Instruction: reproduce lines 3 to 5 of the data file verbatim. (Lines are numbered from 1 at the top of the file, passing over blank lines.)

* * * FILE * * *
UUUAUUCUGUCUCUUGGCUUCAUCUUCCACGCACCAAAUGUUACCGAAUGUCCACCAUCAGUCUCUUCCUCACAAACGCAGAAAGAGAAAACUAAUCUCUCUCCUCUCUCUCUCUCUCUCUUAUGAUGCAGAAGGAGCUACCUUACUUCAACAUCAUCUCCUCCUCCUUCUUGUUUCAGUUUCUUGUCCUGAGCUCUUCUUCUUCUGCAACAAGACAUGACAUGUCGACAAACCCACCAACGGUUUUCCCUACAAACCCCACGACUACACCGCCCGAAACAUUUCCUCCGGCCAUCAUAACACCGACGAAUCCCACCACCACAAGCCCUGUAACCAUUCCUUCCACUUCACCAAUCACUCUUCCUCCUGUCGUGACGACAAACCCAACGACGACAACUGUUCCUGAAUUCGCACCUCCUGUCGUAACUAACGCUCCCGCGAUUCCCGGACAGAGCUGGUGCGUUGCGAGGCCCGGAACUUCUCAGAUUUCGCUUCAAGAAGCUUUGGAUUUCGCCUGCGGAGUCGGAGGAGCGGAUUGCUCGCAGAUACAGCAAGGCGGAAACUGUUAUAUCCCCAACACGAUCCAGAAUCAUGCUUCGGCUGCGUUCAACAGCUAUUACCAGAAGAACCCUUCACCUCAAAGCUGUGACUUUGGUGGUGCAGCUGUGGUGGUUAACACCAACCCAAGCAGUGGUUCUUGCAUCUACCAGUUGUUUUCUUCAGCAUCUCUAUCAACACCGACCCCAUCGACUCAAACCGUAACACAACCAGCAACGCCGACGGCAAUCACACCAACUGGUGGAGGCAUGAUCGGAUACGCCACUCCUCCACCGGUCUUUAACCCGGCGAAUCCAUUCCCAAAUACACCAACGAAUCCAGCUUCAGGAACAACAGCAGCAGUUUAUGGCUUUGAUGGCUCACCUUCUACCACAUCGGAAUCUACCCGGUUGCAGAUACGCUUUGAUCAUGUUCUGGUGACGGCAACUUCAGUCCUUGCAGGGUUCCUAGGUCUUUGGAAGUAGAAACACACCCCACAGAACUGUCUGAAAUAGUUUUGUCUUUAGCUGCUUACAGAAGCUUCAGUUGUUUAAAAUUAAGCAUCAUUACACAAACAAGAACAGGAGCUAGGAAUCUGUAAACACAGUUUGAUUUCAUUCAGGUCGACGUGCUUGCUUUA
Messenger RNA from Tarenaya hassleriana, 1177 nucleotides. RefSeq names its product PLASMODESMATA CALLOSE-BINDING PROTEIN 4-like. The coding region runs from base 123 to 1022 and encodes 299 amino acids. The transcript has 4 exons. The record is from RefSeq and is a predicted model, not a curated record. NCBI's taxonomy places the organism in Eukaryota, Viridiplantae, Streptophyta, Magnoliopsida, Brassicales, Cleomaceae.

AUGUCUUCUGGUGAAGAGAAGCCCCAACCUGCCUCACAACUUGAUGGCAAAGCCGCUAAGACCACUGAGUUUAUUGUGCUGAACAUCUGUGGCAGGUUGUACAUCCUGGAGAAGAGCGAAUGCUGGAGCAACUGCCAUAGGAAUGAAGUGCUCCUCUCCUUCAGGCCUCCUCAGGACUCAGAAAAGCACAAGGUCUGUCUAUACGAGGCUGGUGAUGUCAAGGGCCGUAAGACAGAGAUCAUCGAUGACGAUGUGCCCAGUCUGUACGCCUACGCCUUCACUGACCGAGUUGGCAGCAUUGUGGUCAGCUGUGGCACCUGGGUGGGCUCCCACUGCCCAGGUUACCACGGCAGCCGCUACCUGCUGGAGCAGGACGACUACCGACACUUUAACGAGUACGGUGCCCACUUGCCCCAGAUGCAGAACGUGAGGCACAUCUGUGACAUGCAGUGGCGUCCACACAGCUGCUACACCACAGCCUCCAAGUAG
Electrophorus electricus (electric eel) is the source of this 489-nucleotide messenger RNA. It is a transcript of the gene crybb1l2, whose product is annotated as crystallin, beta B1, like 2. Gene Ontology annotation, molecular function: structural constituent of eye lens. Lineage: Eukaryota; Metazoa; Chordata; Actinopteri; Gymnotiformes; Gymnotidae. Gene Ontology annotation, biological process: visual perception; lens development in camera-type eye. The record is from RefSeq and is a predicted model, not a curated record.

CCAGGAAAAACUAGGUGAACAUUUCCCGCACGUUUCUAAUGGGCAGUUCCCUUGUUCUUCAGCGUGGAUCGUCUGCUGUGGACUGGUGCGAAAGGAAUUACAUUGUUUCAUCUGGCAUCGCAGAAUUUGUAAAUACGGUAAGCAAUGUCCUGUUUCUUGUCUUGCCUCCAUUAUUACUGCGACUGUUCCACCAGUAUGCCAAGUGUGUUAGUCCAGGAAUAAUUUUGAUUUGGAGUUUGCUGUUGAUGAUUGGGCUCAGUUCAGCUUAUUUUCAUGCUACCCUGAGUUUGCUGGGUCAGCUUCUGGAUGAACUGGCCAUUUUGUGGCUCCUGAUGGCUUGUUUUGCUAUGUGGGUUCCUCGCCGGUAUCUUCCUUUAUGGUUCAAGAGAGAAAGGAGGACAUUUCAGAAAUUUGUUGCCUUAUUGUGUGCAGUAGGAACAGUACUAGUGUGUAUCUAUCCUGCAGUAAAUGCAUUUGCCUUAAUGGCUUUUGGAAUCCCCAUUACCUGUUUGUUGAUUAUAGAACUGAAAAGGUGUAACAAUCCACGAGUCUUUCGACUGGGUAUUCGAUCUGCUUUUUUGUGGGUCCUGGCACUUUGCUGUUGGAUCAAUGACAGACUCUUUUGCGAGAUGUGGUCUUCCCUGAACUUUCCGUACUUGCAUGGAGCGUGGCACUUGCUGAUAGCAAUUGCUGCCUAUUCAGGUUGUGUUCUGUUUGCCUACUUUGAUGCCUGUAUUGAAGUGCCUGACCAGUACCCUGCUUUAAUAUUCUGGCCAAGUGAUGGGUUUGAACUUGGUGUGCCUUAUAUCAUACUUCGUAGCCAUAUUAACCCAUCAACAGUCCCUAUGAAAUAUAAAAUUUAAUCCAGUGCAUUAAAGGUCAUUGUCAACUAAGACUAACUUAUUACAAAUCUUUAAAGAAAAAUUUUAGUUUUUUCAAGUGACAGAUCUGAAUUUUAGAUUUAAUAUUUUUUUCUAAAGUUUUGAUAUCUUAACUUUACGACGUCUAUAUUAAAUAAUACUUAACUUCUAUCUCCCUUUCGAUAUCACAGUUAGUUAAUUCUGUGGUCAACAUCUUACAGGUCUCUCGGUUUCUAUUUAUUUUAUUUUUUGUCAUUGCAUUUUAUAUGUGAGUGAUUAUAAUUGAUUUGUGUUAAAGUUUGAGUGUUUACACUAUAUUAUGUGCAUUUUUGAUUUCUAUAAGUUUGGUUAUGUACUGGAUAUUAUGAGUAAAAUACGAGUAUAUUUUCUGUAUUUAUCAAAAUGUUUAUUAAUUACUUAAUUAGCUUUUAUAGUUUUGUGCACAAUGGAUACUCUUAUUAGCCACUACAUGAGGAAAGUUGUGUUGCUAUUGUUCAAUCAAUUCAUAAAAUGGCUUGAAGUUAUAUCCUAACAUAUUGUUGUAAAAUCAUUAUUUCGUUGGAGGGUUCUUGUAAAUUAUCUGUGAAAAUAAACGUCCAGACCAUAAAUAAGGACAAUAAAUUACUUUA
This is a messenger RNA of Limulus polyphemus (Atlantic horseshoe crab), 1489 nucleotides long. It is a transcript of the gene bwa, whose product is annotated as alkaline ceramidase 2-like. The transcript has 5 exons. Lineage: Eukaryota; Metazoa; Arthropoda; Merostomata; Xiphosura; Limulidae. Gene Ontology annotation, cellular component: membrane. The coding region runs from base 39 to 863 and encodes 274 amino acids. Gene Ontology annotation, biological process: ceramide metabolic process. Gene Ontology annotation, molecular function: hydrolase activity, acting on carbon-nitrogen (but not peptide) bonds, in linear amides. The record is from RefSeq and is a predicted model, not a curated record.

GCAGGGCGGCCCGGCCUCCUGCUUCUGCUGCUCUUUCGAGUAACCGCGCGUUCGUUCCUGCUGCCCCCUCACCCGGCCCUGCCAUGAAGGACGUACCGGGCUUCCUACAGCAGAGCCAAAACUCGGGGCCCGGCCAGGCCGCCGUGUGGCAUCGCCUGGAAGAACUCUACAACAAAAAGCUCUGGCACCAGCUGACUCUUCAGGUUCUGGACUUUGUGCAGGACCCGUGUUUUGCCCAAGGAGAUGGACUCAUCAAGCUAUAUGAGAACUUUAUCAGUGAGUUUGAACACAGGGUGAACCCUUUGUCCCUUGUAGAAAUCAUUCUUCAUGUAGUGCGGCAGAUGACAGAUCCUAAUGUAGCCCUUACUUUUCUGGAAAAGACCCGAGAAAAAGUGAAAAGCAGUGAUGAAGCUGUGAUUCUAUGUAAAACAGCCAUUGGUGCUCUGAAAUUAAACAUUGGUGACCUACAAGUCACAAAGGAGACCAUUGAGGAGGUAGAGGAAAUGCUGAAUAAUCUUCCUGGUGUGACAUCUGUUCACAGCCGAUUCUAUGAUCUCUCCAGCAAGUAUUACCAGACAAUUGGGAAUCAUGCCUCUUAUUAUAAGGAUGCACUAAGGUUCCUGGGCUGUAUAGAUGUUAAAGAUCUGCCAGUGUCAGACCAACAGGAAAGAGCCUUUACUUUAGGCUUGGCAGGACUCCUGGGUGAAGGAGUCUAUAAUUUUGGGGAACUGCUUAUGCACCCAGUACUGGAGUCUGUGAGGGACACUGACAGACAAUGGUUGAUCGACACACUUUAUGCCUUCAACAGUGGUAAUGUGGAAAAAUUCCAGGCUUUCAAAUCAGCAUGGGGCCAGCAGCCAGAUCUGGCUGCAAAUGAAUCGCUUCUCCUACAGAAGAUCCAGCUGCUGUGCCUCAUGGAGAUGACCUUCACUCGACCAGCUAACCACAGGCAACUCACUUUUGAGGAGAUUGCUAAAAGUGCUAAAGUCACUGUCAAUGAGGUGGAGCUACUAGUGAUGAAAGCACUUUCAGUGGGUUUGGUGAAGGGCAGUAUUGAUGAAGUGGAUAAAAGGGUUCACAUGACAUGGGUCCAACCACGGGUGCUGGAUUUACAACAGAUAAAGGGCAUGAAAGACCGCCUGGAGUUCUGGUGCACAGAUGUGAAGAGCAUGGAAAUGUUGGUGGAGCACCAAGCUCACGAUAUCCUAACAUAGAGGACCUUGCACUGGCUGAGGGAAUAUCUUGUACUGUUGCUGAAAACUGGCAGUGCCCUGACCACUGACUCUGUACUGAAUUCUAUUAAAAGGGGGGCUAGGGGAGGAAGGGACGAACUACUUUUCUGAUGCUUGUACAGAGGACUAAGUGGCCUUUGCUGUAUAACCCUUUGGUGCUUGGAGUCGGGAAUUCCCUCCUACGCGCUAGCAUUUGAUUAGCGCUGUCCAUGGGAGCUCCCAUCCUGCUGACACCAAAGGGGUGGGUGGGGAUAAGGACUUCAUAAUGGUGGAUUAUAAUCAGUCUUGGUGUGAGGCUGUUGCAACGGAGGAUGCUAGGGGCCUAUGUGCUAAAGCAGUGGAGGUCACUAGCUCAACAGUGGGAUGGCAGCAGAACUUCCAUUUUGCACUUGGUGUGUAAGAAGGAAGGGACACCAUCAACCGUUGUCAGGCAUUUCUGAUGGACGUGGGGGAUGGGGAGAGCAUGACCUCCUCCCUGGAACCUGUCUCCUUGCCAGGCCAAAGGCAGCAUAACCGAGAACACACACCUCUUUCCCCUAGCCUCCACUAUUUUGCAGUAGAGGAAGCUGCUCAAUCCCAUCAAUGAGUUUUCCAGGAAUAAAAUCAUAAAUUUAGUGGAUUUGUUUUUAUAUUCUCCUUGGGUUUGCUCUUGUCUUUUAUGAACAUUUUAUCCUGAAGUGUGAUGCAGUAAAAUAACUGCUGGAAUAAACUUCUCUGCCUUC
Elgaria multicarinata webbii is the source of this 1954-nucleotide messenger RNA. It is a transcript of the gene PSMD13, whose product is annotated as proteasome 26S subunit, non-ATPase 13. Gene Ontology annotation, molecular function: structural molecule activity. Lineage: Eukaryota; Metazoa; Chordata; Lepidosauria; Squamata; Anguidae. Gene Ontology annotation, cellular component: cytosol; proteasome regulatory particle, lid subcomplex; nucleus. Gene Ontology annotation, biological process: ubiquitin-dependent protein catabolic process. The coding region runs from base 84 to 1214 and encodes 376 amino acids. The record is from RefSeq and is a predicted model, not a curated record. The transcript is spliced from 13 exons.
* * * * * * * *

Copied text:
AUGUCUUCUGGUGAAGAGAAGCCCCAACCUGCCUCACAACUUGAUGGCAAAGCCGCUAAGACCACUGAGUUUAUUGUGCUGAACAUCUGUGGCAGGUUGUACAUCCUGGAGAAGAGCGAAUGCUGGAGCAACUGCCAUAGGAAUGAAGUGCUCCUCUCCUUCAGGCCUCCUCAGGACUCAGAAAAGCACAAGGUCUGUCUAUACGAGGCUGGUGAUGUCAAGGGCCGUAAGACAGAGAUCAUCGAUGACGAUGUGCCCAGUCUGUACGCCUACGCCUUCACUGACCGAGUUGGCAGCAUUGUGGUCAGCUGUGGCACCUGGGUGGGCUCCCACUGCCCAGGUUACCACGGCAGCCGCUACCUGCUGGAGCAGGACGACUACCGACACUUUAACGAGUACGGUGCCCACUUGCCCCAGAUGCAGAACGUGAGGCACAUCUGUGACAUGCAGUGGCGUCCACACAGCUGCUACACCACAGCCUCCAAGUAG
Electrophorus electricus (electric eel) is the source of this 489-nucleotide messenger RNA. It is a transcript of the gene crybb1l2, whose product is annotated as crystallin, beta B1, like 2. Gene Ontology annotation, molecular function: structural constituent of eye lens. Lineage: Eukaryota; Metazoa; Chordata; Actinopteri; Gymnotiformes; Gymnotidae. Gene Ontology annotation, biological process: visual perception; lens development in camera-type eye. The record is from RefSeq and is a predicted model, not a curated record.

CCAGGAAAAACUAGGUGAACAUUUCCCGCACGUUUCUAAUGGGCAGUUCCCUUGUUCUUCAGCGUGGAUCGUCUGCUGUGGACUGGUGCGAAAGGAAUUACAUUGUUUCAUCUGGCAUCGCAGAAUUUGUAAAUACGGUAAGCAAUGUCCUGUUUCUUGUCUUGCCUCCAUUAUUACUGCGACUGUUCCACCAGUAUGCCAAGUGUGUUAGUCCAGGAAUAAUUUUGAUUUGGAGUUUGCUGUUGAUGAUUGGGCUCAGUUCAGCUUAUUUUCAUGCUACCCUGAGUUUGCUGGGUCAGCUUCUGGAUGAACUGGCCAUUUUGUGGCUCCUGAUGGCUUGUUUUGCUAUGUGGGUUCCUCGCCGGUAUCUUCCUUUAUGGUUCAAGAGAGAAAGGAGGACAUUUCAGAAAUUUGUUGCCUUAUUGUGUGCAGUAGGAACAGUACUAGUGUGUAUCUAUCCUGCAGUAAAUGCAUUUGCCUUAAUGGCUUUUGGAAUCCCCAUUACCUGUUUGUUGAUUAUAGAACUGAAAAGGUGUAACAAUCCACGAGUCUUUCGACUGGGUAUUCGAUCUGCUUUUUUGUGGGUCCUGGCACUUUGCUGUUGGAUCAAUGACAGACUCUUUUGCGAGAUGUGGUCUUCCCUGAACUUUCCGUACUUGCAUGGAGCGUGGCACUUGCUGAUAGCAAUUGCUGCCUAUUCAGGUUGUGUUCUGUUUGCCUACUUUGAUGCCUGUAUUGAAGUGCCUGACCAGUACCCUGCUUUAAUAUUCUGGCCAAGUGAUGGGUUUGAACUUGGUGUGCCUUAUAUCAUACUUCGUAGCCAUAUUAACCCAUCAACAGUCCCUAUGAAAUAUAAAAUUUAAUCCAGUGCAUUAAAGGUCAUUGUCAACUAAGACUAACUUAUUACAAAUCUUUAAAGAAAAAUUUUAGUUUUUUCAAGUGACAGAUCUGAAUUUUAGAUUUAAUAUUUUUUUCUAAAGUUUUGAUAUCUUAACUUUACGACGUCUAUAUUAAAUAAUACUUAACUUCUAUCUCCCUUUCGAUAUCACAGUUAGUUAAUUCUGUGGUCAACAUCUUACAGGUCUCUCGGUUUCUAUUUAUUUUAUUUUUUGUCAUUGCAUUUUAUAUGUGAGUGAUUAUAAUUGAUUUGUGUUAAAGUUUGAGUGUUUACACUAUAUUAUGUGCAUUUUUGAUUUCUAUAAGUUUGGUUAUGUACUGGAUAUUAUGAGUAAAAUACGAGUAUAUUUUCUGUAUUUAUCAAAAUGUUUAUUAAUUACUUAAUUAGCUUUUAUAGUUUUGUGCACAAUGGAUACUCUUAUUAGCCACUACAUGAGGAAAGUUGUGUUGCUAUUGUUCAAUCAAUUCAUAAAAUGGCUUGAAGUUAUAUCCUAACAUAUUGUUGUAAAAUCAUUAUUUCGUUGGAGGGUUCUUGUAAAUUAUCUGUGAAAAUAAACGUCCAGACCAUAAAUAAGGACAAUAAAUUACUUUA